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Homeless in RI: Winging the data. Who got shelter after encampments removed? All, some, none…

On Monday, RINewsToday published a regular monthly update on the homelessness situation in Rhode Island: Homeless in RI: Street Sights news by, for homeless, pallets, Diocese walks hand-in-hand. In that report we provided information on the homeless encampments that were notified by the city of Providence that they had to leave, and what happened to them.

Since that dis-encampment, various reports have come out about what happened to the individuals in the sites that were engaged with by the city. The numbers seem fluid, not fact. All. None. Half. A few. We attempted to lock down just what the facts are – what is the data? We found no one really knows because no one is tracking it. But everyone, from the state, to the city, to the advocates seems to think they know.

First, our report this week:

“”With opposition in the background, the City of Providence received complaints about at least 3 encampments and city authorities served those living there that they had to leave. They were granted at least one extension, and on the final day any items left in the encampments were gathered and removed by city workers. At least one encampment moved further down the street to a church parking lot, welcomed by church management. But it wasn’t until Mayor Smiley did an interview with the media that we knew what the immediate impact was of the move.

Smiley indicated that no new encampments were formed, to his knowledge, and that most of the people left had found temporary shelter housing – and wraparound services – with Emmanuel House and programs run by the Diocese of Providence.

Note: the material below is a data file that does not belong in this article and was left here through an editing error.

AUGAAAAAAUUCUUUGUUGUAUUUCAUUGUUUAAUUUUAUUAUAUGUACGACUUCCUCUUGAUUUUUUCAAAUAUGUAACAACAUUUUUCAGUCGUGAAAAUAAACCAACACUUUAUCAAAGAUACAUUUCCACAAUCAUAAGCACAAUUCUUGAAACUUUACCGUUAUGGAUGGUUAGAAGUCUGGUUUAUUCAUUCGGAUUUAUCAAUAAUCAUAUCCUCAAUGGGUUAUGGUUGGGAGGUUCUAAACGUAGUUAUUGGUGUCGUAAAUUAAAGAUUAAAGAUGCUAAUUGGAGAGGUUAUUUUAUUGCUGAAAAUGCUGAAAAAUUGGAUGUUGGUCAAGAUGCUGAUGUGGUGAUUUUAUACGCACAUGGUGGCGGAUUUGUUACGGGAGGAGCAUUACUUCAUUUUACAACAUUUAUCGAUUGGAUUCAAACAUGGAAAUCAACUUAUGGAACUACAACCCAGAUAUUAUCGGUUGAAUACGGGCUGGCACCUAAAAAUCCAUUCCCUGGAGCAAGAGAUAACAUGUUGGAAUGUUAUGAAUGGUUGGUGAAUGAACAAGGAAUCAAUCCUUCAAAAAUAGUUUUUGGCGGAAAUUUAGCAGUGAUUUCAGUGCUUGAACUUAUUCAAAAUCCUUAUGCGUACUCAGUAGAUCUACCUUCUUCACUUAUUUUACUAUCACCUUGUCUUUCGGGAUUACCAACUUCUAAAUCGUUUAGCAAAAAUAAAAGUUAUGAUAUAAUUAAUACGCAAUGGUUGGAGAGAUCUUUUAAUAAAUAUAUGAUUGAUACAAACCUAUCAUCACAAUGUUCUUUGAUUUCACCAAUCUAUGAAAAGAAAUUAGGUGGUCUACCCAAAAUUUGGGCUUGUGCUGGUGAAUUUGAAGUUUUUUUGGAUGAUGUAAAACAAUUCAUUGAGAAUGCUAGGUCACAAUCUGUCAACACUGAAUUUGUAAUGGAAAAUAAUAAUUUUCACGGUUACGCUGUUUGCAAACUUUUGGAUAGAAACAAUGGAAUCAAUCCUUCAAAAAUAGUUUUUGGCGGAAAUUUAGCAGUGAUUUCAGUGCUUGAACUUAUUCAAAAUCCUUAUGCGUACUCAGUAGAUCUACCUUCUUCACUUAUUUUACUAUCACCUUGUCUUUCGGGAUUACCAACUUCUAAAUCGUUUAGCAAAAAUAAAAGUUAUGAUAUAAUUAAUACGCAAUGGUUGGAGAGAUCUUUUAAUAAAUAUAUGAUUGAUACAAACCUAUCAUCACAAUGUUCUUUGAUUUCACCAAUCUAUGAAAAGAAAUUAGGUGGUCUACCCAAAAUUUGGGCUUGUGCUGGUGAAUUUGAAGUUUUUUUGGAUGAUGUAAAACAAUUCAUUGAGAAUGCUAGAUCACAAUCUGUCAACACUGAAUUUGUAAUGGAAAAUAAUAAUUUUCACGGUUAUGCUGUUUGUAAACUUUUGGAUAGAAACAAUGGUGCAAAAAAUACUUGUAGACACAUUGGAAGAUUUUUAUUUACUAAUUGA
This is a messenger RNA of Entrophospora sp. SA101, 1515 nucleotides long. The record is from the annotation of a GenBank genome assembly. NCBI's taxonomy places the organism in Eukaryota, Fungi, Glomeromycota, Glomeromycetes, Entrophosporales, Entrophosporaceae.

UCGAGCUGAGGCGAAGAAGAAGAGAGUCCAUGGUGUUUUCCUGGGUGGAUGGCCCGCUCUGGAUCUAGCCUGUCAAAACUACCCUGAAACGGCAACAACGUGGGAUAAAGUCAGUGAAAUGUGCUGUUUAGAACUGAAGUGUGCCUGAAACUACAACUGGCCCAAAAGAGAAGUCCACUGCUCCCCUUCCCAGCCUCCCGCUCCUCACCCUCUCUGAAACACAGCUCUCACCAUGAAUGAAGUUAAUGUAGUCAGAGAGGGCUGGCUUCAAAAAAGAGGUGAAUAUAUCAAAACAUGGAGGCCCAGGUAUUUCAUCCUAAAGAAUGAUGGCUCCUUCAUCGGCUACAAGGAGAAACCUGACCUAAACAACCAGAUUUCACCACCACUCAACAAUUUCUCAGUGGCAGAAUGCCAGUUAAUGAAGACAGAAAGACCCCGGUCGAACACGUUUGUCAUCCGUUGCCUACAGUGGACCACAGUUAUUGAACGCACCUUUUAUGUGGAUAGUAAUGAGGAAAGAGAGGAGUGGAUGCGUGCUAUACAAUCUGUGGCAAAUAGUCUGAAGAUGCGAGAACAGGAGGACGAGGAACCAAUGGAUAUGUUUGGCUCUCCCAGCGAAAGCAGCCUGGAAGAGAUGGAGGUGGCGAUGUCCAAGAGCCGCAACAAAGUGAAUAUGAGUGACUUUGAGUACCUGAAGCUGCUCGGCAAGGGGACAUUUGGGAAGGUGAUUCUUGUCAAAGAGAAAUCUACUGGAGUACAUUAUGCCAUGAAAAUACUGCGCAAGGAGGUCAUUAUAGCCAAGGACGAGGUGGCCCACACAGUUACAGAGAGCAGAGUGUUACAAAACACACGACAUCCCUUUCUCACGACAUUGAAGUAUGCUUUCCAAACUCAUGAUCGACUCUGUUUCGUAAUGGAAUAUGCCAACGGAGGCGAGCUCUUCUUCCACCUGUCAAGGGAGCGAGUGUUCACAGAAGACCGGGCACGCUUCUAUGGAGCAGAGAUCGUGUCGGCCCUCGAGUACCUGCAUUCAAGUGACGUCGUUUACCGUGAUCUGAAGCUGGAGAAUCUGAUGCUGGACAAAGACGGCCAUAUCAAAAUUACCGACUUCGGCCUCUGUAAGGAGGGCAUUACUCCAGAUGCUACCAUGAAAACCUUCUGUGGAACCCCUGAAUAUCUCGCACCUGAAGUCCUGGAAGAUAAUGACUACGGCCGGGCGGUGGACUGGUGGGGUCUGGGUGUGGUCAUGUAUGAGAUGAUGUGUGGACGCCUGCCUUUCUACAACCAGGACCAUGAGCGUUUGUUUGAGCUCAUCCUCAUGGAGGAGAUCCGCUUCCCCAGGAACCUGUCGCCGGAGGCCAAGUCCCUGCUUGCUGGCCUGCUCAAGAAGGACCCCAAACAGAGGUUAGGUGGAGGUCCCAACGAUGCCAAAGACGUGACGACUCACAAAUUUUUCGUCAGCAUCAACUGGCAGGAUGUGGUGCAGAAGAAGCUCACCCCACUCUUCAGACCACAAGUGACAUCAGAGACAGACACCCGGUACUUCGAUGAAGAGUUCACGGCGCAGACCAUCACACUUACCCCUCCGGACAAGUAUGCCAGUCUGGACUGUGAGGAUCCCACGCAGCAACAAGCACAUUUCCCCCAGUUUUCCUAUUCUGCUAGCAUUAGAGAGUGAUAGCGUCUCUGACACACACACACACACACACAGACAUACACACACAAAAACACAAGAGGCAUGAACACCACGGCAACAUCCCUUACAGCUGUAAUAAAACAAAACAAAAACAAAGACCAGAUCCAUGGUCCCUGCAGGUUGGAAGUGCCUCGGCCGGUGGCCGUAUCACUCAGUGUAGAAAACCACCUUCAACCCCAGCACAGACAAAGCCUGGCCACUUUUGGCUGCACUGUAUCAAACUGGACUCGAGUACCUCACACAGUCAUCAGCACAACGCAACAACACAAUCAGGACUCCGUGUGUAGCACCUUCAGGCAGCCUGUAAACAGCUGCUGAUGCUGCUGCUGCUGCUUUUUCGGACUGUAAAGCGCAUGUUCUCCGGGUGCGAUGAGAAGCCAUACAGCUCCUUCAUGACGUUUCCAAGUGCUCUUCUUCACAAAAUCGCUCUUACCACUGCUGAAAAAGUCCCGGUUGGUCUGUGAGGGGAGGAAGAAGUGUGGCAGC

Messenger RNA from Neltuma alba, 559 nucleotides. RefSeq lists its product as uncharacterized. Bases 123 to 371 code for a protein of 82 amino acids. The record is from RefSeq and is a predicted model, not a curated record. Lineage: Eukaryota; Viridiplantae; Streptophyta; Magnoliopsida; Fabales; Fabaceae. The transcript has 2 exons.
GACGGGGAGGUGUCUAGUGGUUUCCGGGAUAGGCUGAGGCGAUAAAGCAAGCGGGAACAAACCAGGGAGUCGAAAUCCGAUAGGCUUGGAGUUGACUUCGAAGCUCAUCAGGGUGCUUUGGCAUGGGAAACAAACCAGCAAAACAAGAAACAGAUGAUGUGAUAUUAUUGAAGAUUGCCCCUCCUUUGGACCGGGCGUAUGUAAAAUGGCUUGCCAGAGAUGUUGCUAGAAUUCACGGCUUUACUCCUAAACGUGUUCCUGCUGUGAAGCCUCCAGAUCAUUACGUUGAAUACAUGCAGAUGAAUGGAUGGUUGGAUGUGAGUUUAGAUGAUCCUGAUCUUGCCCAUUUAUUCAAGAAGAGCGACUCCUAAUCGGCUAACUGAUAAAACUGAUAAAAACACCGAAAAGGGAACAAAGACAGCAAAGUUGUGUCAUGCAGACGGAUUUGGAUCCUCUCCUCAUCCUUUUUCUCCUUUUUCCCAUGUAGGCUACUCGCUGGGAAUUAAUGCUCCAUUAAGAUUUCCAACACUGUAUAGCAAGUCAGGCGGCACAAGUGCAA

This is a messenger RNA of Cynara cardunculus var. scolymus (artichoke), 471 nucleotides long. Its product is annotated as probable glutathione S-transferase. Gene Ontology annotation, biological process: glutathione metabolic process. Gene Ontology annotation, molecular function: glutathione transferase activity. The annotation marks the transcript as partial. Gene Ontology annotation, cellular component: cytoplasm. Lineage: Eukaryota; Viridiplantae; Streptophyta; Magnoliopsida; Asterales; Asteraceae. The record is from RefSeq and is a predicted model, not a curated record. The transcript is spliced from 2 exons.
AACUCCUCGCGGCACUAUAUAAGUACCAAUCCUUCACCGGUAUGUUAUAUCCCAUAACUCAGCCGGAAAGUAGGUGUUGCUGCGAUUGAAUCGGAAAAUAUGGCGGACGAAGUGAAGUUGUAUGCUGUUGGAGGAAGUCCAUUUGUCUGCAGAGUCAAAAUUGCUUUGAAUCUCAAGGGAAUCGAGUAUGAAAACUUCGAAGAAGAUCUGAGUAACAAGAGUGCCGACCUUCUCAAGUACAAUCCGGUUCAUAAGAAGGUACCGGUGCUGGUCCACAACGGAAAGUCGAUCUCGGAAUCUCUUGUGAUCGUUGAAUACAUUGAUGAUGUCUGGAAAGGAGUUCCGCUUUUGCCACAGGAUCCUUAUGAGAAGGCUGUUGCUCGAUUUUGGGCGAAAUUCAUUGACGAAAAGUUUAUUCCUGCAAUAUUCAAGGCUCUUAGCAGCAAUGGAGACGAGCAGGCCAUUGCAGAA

While the movement out of encampments is never easy, if the result is a new opportunity toward permanent solutions, then those solutions also need attention – for in them, there is hope. Mayor Smiley speaks to the encampments at approx. 22:45 where he updates the situation saying “found space for many of the residents that had been on Houghton Street and in a proper shelter with services” – “not aware of any problematic encampments in the city”.

Mayor Smiley on WPRO Radio with Gene Valicenti:

Emmanuel House (Diocese of Providence)

Emmanuel House has expanded its emergency shelter services (begun by Bishop Tobin in a former Diocesan day care center) over the last few years. Also, in December of 2023, they now offer emergency shelter for appprox. 32 women, on the second floor, as well as the expanded shelter on the first floor. Through the Catholic Charity Appeal, the Diocese covers the costs of insurance, maintenance, heating, electric and other utilities for Emmanuel House.

In addition to shelter residence, Emmanuel House lists their “wrap-around” services. They offer 9am to 3pm, by appointment opportunities to provide social service assistance.

  • SNAP (Food Stamps) Applications
  • Shower Facilities & Hygiene Products
  • Access to Clothing Room
  • ID Vouchers
  • Obtaining Health Insurance
  • Mental Health Referrals & Recovery Support
  • Employment Search & Resumes
  • Apartment Hunting & Applications
  • Referrals to Diocese’s Immigration Office
  • Case Management Services & After Care
  • Ability to take part in Community Garden

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On June 11th, Steve Ahlquist published a report from a Homeless march on Providence City Hall and the RI State House: